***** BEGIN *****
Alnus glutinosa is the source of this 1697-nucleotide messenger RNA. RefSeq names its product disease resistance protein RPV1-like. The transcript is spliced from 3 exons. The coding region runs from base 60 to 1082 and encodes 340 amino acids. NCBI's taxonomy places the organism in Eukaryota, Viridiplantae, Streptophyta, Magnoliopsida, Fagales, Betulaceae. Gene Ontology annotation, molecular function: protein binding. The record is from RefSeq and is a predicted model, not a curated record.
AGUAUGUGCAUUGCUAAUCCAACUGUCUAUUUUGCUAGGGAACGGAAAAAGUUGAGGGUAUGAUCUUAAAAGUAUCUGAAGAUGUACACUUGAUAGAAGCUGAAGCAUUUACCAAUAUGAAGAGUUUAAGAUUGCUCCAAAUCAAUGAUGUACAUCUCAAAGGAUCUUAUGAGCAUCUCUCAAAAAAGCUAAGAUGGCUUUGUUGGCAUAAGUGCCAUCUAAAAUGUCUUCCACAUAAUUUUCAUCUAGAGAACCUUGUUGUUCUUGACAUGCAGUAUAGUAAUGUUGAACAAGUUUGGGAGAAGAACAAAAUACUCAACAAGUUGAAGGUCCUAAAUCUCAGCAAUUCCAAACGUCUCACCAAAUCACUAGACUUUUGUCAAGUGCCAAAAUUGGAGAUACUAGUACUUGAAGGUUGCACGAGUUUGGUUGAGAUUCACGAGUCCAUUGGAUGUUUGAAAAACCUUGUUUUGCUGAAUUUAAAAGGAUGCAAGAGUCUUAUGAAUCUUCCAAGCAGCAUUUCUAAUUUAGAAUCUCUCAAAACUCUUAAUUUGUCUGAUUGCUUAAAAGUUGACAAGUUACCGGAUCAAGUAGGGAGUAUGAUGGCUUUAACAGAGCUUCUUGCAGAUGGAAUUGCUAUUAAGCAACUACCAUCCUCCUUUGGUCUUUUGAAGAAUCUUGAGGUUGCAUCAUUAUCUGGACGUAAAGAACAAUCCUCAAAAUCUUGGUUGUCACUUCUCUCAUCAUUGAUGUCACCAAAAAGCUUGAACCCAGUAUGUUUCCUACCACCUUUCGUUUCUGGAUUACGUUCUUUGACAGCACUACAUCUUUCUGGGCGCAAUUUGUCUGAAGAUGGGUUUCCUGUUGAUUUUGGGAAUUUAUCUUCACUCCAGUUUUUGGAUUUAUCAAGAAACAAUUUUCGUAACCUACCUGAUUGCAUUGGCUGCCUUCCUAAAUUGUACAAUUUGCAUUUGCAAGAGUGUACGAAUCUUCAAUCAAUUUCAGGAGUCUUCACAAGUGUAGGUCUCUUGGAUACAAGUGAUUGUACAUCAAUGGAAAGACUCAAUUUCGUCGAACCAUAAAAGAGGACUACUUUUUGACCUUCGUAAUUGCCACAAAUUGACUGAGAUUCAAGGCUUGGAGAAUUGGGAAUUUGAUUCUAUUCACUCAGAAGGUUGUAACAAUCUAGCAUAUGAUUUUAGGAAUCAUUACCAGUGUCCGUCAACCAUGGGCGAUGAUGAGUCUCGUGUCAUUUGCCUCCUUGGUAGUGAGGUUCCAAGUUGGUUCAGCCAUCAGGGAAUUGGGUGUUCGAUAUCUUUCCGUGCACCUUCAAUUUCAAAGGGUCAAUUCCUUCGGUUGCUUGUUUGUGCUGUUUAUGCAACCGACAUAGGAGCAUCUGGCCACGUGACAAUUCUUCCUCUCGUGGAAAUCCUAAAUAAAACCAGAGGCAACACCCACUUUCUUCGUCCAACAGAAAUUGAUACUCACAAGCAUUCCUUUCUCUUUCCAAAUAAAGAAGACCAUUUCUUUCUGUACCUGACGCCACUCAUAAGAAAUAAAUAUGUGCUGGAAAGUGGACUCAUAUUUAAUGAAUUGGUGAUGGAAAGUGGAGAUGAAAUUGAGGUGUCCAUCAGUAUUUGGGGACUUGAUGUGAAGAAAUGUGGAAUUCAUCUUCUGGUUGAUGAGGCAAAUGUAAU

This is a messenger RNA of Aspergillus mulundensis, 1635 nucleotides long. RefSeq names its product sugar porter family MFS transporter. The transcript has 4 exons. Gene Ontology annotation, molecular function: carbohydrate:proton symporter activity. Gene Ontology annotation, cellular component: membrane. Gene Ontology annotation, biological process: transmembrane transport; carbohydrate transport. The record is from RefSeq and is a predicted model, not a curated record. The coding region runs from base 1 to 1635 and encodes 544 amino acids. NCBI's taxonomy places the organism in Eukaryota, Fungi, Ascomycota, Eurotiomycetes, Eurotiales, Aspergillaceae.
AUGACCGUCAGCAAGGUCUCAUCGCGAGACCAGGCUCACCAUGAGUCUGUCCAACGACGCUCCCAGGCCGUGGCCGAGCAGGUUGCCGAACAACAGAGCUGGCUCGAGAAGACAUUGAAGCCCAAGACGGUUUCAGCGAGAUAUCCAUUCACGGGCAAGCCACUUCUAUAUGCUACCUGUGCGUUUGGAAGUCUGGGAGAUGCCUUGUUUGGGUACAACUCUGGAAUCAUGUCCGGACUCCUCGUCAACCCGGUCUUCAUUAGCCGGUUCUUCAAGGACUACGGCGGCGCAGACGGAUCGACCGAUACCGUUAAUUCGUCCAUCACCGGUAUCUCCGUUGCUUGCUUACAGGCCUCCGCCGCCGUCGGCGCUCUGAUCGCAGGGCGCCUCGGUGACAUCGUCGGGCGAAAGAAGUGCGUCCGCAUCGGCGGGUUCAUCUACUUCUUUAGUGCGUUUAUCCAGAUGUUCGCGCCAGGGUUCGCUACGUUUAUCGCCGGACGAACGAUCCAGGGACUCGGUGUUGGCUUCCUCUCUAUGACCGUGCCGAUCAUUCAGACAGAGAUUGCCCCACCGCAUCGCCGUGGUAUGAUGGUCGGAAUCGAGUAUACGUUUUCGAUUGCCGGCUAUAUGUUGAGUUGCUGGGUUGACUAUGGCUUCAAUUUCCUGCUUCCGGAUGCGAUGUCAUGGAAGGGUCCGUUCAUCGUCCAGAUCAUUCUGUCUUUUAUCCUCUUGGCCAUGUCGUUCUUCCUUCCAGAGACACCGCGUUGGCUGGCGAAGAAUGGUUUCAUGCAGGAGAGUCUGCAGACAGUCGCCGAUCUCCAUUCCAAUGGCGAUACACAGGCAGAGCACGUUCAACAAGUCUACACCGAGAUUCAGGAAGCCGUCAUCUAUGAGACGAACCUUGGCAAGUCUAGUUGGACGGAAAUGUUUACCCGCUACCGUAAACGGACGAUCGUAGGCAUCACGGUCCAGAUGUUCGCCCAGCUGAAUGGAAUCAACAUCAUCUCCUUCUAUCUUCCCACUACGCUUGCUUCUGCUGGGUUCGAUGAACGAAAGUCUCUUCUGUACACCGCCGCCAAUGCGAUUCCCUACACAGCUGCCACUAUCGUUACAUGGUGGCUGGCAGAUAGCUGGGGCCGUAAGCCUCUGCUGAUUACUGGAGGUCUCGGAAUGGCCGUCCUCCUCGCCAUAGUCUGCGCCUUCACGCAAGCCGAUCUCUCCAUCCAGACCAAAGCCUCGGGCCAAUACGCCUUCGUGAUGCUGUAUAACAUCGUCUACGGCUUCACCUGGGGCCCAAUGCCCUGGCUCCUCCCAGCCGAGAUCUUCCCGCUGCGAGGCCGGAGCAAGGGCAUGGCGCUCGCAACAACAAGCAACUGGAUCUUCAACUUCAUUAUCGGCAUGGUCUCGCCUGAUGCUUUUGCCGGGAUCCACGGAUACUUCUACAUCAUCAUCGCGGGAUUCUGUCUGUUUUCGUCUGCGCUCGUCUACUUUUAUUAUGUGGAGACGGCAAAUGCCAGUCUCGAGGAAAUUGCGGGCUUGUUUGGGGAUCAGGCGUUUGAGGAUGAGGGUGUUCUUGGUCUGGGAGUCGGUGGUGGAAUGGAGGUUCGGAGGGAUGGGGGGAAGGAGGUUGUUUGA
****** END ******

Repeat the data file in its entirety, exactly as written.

Alnus glutinosa is the source of this 1697-nucleotide messenger RNA. RefSeq names its product disease resistance protein RPV1-like. The transcript is spliced from 3 exons. The coding region runs from base 60 to 1082 and encodes 340 amino acids. NCBI's taxonomy places the organism in Eukaryota, Viridiplantae, Streptophyta, Magnoliopsida, Fagales, Betulaceae. Gene Ontology annotation, molecular function: protein binding. The record is from RefSeq and is a predicted model, not a curated record.
AGUAUGUGCAUUGCUAAUCCAACUGUCUAUUUUGCUAGGGAACGGAAAAAGUUGAGGGUAUGAUCUUAAAAGUAUCUGAAGAUGUACACUUGAUAGAAGCUGAAGCAUUUACCAAUAUGAAGAGUUUAAGAUUGCUCCAAAUCAAUGAUGUACAUCUCAAAGGAUCUUAUGAGCAUCUCUCAAAAAAGCUAAGAUGGCUUUGUUGGCAUAAGUGCCAUCUAAAAUGUCUUCCACAUAAUUUUCAUCUAGAGAACCUUGUUGUUCUUGACAUGCAGUAUAGUAAUGUUGAACAAGUUUGGGAGAAGAACAAAAUACUCAACAAGUUGAAGGUCCUAAAUCUCAGCAAUUCCAAACGUCUCACCAAAUCACUAGACUUUUGUCAAGUGCCAAAAUUGGAGAUACUAGUACUUGAAGGUUGCACGAGUUUGGUUGAGAUUCACGAGUCCAUUGGAUGUUUGAAAAACCUUGUUUUGCUGAAUUUAAAAGGAUGCAAGAGUCUUAUGAAUCUUCCAAGCAGCAUUUCUAAUUUAGAAUCUCUCAAAACUCUUAAUUUGUCUGAUUGCUUAAAAGUUGACAAGUUACCGGAUCAAGUAGGGAGUAUGAUGGCUUUAACAGAGCUUCUUGCAGAUGGAAUUGCUAUUAAGCAACUACCAUCCUCCUUUGGUCUUUUGAAGAAUCUUGAGGUUGCAUCAUUAUCUGGACGUAAAGAACAAUCCUCAAAAUCUUGGUUGUCACUUCUCUCAUCAUUGAUGUCACCAAAAAGCUUGAACCCAGUAUGUUUCCUACCACCUUUCGUUUCUGGAUUACGUUCUUUGACAGCACUACAUCUUUCUGGGCGCAAUUUGUCUGAAGAUGGGUUUCCUGUUGAUUUUGGGAAUUUAUCUUCACUCCAGUUUUUGGAUUUAUCAAGAAACAAUUUUCGUAACCUACCUGAUUGCAUUGGCUGCCUUCCUAAAUUGUACAAUUUGCAUUUGCAAGAGUGUACGAAUCUUCAAUCAAUUUCAGGAGUCUUCACAAGUGUAGGUCUCUUGGAUACAAGUGAUUGUACAUCAAUGGAAAGACUCAAUUUCGUCGAACCAUAAAAGAGGACUACUUUUUGACCUUCGUAAUUGCCACAAAUUGACUGAGAUUCAAGGCUUGGAGAAUUGGGAAUUUGAUUCUAUUCACUCAGAAGGUUGUAACAAUCUAGCAUAUGAUUUUAGGAAUCAUUACCAGUGUCCGUCAACCAUGGGCGAUGAUGAGUCUCGUGUCAUUUGCCUCCUUGGUAGUGAGGUUCCAAGUUGGUUCAGCCAUCAGGGAAUUGGGUGUUCGAUAUCUUUCCGUGCACCUUCAAUUUCAAAGGGUCAAUUCCUUCGGUUGCUUGUUUGUGCUGUUUAUGCAACCGACAUAGGAGCAUCUGGCCACGUGACAAUUCUUCCUCUCGUGGAAAUCCUAAAUAAAACCAGAGGCAACACCCACUUUCUUCGUCCAACAGAAAUUGAUACUCACAAGCAUUCCUUUCUCUUUCCAAAUAAAGAAGACCAUUUCUUUCUGUACCUGACGCCACUCAUAAGAAAUAAAUAUGUGCUGGAAAGUGGACUCAUAUUUAAUGAAUUGGUGAUGGAAAGUGGAGAUGAAAUUGAGGUGUCCAUCAGUAUUUGGGGACUUGAUGUGAAGAAAUGUGGAAUUCAUCUUCUGGUUGAUGAGGCAAAUGUAAU

This is a messenger RNA of Aspergillus mulundensis, 1635 nucleotides long. RefSeq names its product sugar porter family MFS transporter. The transcript has 4 exons. Gene Ontology annotation, molecular function: carbohydrate:proton symporter activity. Gene Ontology annotation, cellular component: membrane. Gene Ontology annotation, biological process: transmembrane transport; carbohydrate transport. The record is from RefSeq and is a predicted model, not a curated record. The coding region runs from base 1 to 1635 and encodes 544 amino acids. NCBI's taxonomy places the organism in Eukaryota, Fungi, Ascomycota, Eurotiomycetes, Eurotiales, Aspergillaceae.
AUGACCGUCAGCAAGGUCUCAUCGCGAGACCAGGCUCACCAUGAGUCUGUCCAACGACGCUCCCAGGCCGUGGCCGAGCAGGUUGCCGAACAACAGAGCUGGCUCGAGAAGACAUUGAAGCCCAAGACGGUUUCAGCGAGAUAUCCAUUCACGGGCAAGCCACUUCUAUAUGCUACCUGUGCGUUUGGAAGUCUGGGAGAUGCCUUGUUUGGGUACAACUCUGGAAUCAUGUCCGGACUCCUCGUCAACCCGGUCUUCAUUAGCCGGUUCUUCAAGGACUACGGCGGCGCAGACGGAUCGACCGAUACCGUUAAUUCGUCCAUCACCGGUAUCUCCGUUGCUUGCUUACAGGCCUCCGCCGCCGUCGGCGCUCUGAUCGCAGGGCGCCUCGGUGACAUCGUCGGGCGAAAGAAGUGCGUCCGCAUCGGCGGGUUCAUCUACUUCUUUAGUGCGUUUAUCCAGAUGUUCGCGCCAGGGUUCGCUACGUUUAUCGCCGGACGAACGAUCCAGGGACUCGGUGUUGGCUUCCUCUCUAUGACCGUGCCGAUCAUUCAGACAGAGAUUGCCCCACCGCAUCGCCGUGGUAUGAUGGUCGGAAUCGAGUAUACGUUUUCGAUUGCCGGCUAUAUGUUGAGUUGCUGGGUUGACUAUGGCUUCAAUUUCCUGCUUCCGGAUGCGAUGUCAUGGAAGGGUCCGUUCAUCGUCCAGAUCAUUCUGUCUUUUAUCCUCUUGGCCAUGUCGUUCUUCCUUCCAGAGACACCGCGUUGGCUGGCGAAGAAUGGUUUCAUGCAGGAGAGUCUGCAGACAGUCGCCGAUCUCCAUUCCAAUGGCGAUACACAGGCAGAGCACGUUCAACAAGUCUACACCGAGAUUCAGGAAGCCGUCAUCUAUGAGACGAACCUUGGCAAGUCUAGUUGGACGGAAAUGUUUACCCGCUACCGUAAACGGACGAUCGUAGGCAUCACGGUCCAGAUGUUCGCCCAGCUGAAUGGAAUCAACAUCAUCUCCUUCUAUCUUCCCACUACGCUUGCUUCUGCUGGGUUCGAUGAACGAAAGUCUCUUCUGUACACCGCCGCCAAUGCGAUUCCCUACACAGCUGCCACUAUCGUUACAUGGUGGCUGGCAGAUAGCUGGGGCCGUAAGCCUCUGCUGAUUACUGGAGGUCUCGGAAUGGCCGUCCUCCUCGCCAUAGUCUGCGCCUUCACGCAAGCCGAUCUCUCCAUCCAGACCAAAGCCUCGGGCCAAUACGCCUUCGUGAUGCUGUAUAACAUCGUCUACGGCUUCACCUGGGGCCCAAUGCCCUGGCUCCUCCCAGCCGAGAUCUUCCCGCUGCGAGGCCGGAGCAAGGGCAUGGCGCUCGCAACAACAAGCAACUGGAUCUUCAACUUCAUUAUCGGCAUGGUCUCGCCUGAUGCUUUUGCCGGGAUCCACGGAUACUUCUACAUCAUCAUCGCGGGAUUCUGUCUGUUUUCGUCUGCGCUCGUCUACUUUUAUUAUGUGGAGACGGCAAAUGCCAGUCUCGAGGAAAUUGCGGGCUUGUUUGGGGAUCAGGCGUUUGAGGAUGAGGGUGUUCUUGGUCUGGGAGUCGGUGGUGGAAUGGAGGUUCGGAGGGAUGGGGGGAAGGAGGUUGUUUGA